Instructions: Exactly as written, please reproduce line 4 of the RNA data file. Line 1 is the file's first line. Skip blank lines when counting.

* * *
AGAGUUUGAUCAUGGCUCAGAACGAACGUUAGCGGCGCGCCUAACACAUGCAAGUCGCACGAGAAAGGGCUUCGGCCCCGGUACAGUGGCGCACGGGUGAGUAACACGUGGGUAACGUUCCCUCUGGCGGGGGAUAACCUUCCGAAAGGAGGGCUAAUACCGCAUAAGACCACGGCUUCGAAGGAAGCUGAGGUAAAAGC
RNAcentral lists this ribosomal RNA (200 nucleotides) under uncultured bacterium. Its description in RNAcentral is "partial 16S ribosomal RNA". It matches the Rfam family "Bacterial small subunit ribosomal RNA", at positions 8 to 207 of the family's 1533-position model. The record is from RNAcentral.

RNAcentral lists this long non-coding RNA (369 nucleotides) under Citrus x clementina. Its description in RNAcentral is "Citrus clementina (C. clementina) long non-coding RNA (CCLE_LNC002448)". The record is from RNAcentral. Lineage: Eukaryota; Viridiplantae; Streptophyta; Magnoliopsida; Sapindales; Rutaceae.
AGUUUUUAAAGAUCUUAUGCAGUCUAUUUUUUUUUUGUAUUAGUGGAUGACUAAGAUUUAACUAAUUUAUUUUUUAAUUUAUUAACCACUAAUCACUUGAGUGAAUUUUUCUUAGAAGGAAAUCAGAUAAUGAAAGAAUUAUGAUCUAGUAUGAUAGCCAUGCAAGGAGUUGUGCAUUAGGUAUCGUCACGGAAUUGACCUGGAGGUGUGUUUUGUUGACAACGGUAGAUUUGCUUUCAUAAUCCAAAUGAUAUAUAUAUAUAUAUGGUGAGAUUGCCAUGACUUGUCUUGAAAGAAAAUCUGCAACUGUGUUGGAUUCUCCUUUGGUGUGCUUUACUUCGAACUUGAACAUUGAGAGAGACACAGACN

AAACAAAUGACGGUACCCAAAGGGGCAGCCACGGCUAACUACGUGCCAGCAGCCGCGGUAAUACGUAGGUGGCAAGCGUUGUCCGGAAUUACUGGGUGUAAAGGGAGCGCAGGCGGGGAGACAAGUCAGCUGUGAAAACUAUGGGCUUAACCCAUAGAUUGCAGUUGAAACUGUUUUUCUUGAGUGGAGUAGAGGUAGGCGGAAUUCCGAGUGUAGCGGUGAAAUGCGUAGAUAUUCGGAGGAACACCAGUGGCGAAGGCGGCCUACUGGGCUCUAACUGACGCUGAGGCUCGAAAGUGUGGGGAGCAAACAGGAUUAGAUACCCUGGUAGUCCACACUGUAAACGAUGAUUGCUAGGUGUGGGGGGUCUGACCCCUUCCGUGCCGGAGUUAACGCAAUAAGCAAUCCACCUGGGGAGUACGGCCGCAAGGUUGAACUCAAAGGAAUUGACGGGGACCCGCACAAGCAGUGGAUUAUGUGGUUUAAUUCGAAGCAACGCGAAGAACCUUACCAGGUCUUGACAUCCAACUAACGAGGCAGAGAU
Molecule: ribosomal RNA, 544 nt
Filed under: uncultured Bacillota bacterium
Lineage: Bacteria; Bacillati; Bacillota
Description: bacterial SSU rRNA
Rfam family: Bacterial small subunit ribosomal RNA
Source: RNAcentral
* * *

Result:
AGUUUUUAAAGAUCUUAUGCAGUCUAUUUUUUUUUUGUAUUAGUGGAUGACUAAGAUUUAACUAAUUUAUUUUUUAAUUUAUUAACCACUAAUCACUUGAGUGAAUUUUUCUUAGAAGGAAAUCAGAUAAUGAAAGAAUUAUGAUCUAGUAUGAUAGCCAUGCAAGGAGUUGUGCAUUAGGUAUCGUCACGGAAUUGACCUGGAGGUGUGUUUUGUUGACAACGGUAGAUUUGCUUUCAUAAUCCAAAUGAUAUAUAUAUAUAUAUGGUGAGAUUGCCAUGACUUGUCUUGAAAGAAAAUCUGCAACUGUGUUGGAUUCUCCUUUGGUGUGCUUUACUUCGAACUUGAACAUUGAGAGAGACACAGACN